Starring Willem Dafoe, Eliza Stuyck, Gene Bervoets
Written by Ben Hopkins
Directed by Vasilis Katsoupis
Produced by Giorgos Karnavas, Marcos Kantis and Dries Phlypo
Cinematography by Steve Annis
Edited by Lambis Haralambidis
Music by Frederik van de Moortel
By Matt Neufeld
March 17, 2023
“Inside” wants very much to be a film about art, and it is on one level, but what this interesting, suspenseful and well-crafted new film is really about on most levels is, simply, survival.
Willem Dafoe, in yet another exemplary performance in a risky, quirky, edgy and arty (no pun intended) independent film, plays Nemo, a high-end art thief who finds himself abruptly trapped in a high-end high-rise penthouse apartment—with no immediate easy way out. Thus, most of “Inside” is focused mainly on just how clever and resourceful Nemo must be to survive his very real captivity and on how to somehow figure out a way to get out. The respective detailed look at the lengths, ways and methods that Nemo will devise and utilize to simply survive is endlessly fascinating.
Director Vasilis Katsoupis, scriptwriter Ben Hopkins and Dafoe manage to take a very singularly-plotted movie with basically one main character in one main location with one main plot and story purpose and turn that overall singularity and singleminedness into a consistently suspenseful, captivating, at time humorous, at times dramatic and tragic, and overall entertaining film. It’s not always easy to take such basic, minimalistic qualities in film, television and theater and meld and mold them into quality entertainment that not only entertains, but also makes you think.
And that is exactly what “Inside” accomplishes so well. The film is not just about doing whatever it takes to survive in trapped, challenging circumstances and using every bit of ingenuity, creativity and resourcefulness to find an escape route. The movie also raises important, insightful, probing and thoughtful questions about the very real, prevalent dangers–evils, even–of modern technology; about how quickly seemingly secure lives can turn into catastrophe in a literal minute; about how far people will, can and need to go just to stay alive; about how we can easily take for granted the basic aspects that we need to live, such as food, water, shelter and staying warm; about the thin lines between sanity and insanity–and the very real dangers regarding how quickly one can completely lose their mind; about how strong the will to live and survive can actually be; and, yes, something about art.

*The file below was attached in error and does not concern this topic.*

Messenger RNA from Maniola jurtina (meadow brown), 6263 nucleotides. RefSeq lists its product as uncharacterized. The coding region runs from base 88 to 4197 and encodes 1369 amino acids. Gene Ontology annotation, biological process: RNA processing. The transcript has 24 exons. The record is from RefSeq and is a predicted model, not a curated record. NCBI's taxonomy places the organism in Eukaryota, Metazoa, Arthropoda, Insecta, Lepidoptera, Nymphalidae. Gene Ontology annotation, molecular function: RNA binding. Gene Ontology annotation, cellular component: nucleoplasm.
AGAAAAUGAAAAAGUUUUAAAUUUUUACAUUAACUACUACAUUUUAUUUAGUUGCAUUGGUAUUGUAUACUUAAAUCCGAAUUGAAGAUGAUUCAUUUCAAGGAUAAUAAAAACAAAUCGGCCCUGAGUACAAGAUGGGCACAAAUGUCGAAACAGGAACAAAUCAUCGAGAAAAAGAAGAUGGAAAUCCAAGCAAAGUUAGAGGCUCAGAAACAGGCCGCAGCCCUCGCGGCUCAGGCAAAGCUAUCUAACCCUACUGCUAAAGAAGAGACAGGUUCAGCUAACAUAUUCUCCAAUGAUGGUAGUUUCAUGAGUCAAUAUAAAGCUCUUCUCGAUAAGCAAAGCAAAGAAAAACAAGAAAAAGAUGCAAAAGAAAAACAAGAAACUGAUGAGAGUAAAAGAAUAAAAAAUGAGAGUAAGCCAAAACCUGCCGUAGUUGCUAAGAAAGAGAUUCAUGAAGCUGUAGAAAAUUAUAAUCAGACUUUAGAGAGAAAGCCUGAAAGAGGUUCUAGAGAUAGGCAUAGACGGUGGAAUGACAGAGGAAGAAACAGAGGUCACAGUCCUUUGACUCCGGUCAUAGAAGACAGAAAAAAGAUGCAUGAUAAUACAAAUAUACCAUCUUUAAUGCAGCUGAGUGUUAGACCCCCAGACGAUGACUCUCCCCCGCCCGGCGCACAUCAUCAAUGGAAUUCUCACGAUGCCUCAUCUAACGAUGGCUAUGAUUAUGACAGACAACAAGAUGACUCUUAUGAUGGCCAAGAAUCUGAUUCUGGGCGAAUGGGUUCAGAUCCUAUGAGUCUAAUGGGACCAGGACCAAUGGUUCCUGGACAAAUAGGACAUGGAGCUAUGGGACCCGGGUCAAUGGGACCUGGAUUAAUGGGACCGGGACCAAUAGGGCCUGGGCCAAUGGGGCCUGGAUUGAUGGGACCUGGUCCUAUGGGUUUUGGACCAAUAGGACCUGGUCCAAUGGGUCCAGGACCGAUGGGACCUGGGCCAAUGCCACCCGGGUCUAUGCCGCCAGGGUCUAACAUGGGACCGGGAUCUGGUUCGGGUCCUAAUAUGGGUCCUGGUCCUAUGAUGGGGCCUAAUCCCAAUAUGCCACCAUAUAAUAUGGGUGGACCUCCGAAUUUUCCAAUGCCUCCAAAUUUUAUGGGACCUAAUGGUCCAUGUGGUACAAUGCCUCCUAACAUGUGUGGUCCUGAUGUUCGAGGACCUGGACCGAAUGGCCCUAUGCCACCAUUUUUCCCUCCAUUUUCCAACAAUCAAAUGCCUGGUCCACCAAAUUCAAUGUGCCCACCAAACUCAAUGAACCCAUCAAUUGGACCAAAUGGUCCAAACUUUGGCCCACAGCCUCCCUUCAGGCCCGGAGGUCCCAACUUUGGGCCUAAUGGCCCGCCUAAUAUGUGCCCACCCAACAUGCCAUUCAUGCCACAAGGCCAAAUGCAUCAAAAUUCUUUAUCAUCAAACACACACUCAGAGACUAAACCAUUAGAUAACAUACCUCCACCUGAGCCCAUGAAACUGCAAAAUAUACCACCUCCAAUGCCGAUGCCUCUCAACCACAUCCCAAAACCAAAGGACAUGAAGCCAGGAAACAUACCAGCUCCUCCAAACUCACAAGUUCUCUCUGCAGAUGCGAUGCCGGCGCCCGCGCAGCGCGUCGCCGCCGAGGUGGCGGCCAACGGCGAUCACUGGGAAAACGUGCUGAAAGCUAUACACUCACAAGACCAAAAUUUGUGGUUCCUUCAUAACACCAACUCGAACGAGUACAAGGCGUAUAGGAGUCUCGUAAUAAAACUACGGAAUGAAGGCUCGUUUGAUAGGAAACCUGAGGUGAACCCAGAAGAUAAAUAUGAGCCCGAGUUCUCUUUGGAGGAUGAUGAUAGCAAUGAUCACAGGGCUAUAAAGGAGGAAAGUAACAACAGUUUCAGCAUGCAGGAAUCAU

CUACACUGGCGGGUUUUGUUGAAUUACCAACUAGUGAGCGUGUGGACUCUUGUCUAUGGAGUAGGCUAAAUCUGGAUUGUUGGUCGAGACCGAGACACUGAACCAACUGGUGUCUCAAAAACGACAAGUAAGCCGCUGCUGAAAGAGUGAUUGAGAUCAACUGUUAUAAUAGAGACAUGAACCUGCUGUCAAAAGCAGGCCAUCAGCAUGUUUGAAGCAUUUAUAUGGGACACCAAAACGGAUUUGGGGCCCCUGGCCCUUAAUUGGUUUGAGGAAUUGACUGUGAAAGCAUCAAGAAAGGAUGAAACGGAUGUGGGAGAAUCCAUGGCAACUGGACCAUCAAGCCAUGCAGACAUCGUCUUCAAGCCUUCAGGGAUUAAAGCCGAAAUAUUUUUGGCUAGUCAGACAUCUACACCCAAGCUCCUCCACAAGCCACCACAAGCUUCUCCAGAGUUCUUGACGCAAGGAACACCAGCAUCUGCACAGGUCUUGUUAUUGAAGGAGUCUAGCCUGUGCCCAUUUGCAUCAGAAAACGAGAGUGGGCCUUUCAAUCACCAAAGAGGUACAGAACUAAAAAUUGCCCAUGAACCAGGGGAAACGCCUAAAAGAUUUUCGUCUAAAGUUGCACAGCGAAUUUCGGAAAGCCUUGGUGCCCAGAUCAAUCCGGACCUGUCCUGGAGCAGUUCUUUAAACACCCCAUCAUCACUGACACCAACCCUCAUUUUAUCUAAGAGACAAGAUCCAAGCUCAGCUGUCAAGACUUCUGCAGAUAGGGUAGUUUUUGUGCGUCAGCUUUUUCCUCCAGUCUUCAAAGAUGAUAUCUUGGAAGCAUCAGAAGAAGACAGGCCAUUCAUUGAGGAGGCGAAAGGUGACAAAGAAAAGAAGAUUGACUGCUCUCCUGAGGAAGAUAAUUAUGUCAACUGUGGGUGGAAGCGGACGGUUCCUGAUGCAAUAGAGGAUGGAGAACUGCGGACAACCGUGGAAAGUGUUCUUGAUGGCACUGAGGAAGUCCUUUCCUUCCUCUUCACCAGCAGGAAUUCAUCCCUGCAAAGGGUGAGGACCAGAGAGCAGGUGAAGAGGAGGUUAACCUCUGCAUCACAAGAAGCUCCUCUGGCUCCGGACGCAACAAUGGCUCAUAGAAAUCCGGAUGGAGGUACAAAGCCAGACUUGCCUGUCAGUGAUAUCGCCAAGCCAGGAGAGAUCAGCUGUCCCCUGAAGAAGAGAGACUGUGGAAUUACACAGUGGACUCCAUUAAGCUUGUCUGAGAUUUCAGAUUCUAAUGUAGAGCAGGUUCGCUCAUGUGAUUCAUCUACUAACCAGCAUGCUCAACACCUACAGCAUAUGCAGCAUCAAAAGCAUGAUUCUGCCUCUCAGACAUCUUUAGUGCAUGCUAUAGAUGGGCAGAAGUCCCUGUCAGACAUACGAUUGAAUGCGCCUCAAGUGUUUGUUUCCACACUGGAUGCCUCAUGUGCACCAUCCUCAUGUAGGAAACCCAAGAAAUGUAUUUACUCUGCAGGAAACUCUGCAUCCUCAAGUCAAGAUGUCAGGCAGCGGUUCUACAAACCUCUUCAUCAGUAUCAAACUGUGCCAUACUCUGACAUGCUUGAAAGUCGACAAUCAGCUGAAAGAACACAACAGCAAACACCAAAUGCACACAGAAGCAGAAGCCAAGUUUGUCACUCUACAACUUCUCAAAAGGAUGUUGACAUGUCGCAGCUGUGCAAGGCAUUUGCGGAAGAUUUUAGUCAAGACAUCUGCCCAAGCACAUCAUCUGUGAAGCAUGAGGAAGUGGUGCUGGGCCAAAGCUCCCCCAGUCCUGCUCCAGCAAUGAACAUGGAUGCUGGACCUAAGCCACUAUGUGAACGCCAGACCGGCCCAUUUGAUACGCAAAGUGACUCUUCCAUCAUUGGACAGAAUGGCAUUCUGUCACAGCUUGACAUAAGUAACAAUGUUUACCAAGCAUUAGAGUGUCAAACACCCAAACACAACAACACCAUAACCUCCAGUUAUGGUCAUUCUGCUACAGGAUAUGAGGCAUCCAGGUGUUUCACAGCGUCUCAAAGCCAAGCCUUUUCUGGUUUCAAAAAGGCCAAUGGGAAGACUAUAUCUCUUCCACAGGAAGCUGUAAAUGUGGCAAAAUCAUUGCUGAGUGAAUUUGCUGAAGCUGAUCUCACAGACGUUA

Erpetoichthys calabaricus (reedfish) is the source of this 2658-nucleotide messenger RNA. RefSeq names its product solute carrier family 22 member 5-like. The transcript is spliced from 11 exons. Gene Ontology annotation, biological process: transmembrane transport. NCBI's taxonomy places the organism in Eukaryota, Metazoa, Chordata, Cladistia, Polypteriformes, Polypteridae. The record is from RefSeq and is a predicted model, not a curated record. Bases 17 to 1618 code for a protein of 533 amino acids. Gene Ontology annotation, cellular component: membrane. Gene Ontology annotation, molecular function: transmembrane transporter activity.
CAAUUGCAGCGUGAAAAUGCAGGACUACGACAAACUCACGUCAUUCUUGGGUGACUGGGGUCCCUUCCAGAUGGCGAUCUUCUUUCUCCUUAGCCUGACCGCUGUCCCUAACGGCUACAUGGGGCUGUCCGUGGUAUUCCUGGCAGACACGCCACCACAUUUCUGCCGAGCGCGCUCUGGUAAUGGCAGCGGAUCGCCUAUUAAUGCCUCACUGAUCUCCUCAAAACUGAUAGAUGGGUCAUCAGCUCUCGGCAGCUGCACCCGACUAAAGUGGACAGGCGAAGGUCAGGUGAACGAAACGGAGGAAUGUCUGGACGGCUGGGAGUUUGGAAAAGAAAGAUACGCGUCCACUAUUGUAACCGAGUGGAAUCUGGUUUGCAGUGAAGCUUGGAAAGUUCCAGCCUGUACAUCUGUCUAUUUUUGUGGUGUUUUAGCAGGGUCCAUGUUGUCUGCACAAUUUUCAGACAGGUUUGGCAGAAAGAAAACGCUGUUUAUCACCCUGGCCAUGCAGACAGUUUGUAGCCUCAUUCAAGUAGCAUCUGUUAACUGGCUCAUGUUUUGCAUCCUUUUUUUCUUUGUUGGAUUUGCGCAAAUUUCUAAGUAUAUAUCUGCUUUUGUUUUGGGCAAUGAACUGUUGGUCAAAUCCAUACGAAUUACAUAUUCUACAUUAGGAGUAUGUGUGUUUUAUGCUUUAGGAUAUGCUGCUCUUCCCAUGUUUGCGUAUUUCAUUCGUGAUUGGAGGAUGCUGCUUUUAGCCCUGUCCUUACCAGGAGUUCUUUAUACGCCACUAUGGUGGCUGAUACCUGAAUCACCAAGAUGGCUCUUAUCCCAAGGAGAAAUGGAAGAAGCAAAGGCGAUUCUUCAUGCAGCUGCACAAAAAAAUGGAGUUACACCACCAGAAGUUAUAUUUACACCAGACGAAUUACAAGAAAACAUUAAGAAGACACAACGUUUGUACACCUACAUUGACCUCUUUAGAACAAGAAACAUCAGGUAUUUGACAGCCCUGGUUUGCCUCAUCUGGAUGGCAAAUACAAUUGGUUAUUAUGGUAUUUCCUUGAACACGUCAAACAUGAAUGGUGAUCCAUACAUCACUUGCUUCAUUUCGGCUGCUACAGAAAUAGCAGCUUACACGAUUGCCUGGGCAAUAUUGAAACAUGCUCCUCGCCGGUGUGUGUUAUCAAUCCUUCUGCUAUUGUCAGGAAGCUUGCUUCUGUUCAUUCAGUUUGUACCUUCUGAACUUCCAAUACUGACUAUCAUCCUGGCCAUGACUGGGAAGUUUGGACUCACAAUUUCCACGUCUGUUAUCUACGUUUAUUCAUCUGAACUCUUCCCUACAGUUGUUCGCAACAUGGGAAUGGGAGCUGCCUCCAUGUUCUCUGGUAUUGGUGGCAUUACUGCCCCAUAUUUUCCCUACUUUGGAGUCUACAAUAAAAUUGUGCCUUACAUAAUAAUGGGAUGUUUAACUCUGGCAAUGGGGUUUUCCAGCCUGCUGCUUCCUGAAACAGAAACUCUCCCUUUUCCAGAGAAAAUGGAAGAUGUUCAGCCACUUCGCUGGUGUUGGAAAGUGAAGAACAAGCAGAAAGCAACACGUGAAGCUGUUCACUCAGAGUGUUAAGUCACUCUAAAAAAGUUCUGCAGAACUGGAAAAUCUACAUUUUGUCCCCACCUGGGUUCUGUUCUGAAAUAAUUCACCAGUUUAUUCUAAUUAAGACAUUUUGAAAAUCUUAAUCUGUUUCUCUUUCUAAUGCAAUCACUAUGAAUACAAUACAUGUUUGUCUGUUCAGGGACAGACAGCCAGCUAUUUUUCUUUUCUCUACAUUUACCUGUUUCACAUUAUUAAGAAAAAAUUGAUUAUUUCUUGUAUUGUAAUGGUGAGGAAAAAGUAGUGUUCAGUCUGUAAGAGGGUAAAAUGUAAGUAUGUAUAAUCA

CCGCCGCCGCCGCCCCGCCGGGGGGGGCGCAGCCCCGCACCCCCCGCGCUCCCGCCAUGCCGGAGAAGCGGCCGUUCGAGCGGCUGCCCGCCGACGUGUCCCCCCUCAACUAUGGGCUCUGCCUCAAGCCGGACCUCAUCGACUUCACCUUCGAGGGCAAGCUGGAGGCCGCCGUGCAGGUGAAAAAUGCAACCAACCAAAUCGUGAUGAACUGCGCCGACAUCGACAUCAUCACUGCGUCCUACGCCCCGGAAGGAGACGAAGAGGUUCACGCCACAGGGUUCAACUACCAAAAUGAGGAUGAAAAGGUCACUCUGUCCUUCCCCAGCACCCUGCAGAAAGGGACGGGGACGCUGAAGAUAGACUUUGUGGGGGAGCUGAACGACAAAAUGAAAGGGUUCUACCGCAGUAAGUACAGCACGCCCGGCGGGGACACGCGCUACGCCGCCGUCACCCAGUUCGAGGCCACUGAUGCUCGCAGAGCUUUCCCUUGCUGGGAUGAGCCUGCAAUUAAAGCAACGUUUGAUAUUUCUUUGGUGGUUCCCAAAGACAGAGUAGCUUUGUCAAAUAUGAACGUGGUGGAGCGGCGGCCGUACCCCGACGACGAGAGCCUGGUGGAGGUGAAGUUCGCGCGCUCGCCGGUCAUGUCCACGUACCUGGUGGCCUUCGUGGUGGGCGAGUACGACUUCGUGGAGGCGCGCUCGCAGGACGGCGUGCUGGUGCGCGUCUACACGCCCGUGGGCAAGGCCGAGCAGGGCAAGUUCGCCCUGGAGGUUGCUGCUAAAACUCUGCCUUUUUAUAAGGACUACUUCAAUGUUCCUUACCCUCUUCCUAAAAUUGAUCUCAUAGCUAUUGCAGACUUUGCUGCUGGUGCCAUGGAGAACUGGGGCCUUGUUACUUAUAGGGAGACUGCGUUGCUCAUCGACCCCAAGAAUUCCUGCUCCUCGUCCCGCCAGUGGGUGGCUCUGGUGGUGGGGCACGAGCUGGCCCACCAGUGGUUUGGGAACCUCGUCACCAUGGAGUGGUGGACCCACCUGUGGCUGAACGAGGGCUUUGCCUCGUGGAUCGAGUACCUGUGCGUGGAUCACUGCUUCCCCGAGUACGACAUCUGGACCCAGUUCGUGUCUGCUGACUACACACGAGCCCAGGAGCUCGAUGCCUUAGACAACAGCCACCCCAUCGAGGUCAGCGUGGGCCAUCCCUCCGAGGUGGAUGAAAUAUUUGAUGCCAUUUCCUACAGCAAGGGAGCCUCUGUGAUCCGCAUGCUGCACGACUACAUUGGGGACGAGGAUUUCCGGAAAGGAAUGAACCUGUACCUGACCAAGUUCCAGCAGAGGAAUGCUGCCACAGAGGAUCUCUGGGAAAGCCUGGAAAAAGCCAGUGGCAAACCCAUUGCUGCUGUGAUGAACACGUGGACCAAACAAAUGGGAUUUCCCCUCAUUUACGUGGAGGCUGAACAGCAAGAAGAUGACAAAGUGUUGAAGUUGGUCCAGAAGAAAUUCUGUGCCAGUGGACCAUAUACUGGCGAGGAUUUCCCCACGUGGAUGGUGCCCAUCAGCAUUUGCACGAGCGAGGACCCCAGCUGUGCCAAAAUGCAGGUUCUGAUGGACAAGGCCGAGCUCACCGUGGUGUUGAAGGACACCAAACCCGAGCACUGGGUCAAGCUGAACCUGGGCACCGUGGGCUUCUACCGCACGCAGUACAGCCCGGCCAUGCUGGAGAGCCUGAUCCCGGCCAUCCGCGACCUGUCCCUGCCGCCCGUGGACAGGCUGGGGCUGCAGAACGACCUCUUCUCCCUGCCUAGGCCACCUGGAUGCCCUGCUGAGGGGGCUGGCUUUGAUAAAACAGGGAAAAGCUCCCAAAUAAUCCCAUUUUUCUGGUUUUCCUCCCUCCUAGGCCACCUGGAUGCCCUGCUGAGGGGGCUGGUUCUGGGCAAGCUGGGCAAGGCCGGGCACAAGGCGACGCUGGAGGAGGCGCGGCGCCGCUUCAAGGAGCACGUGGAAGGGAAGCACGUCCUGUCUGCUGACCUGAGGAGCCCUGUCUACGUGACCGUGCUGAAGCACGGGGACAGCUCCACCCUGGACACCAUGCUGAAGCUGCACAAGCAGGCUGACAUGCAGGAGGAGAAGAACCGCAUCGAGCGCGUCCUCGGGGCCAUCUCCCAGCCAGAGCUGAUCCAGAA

Nemo spends most of “Inside” learning all of these lessons, and Dafoe’s performance as Nemo beautifully conveys all of the respective, varying and conflicting emotions that accompany Nemo’s emotional, physical and psychological journey. It’s a bravura, fascinating, watchable and thoroughly excellent dramatic performance by Dafoe. It’s not easy carrying a movie by yourself, essentially, but Dafoe demonstrates through sheer acting talent just how this can be done.
Katsoupis, the director, does an amazing job with his direction, timing and pacing, and with keeping the movement, camera work and action at a strong, high energy level. Again, he’s working for most of the film with one actor in one location with one basic plot point. Katsoupis is to be praised for his direction, which never slows or lags, and which remains tight, taut and suspenseful.
Scriptwriter Hopkins deserves the same high level of praise. His script is smart, suspenseful and equal parts dramatic and humorous, yet he retains that underlying, constant tone of ingenuity in regards to that major, over-riding dual set of questions that drive the film: Literally trapped inside what is basically a modern-day, tecnology-addled fortress, shut off from the rest of the world, how does one survive? And, facing what appears to be an impossible situation, how on earth does one escape from that fortress?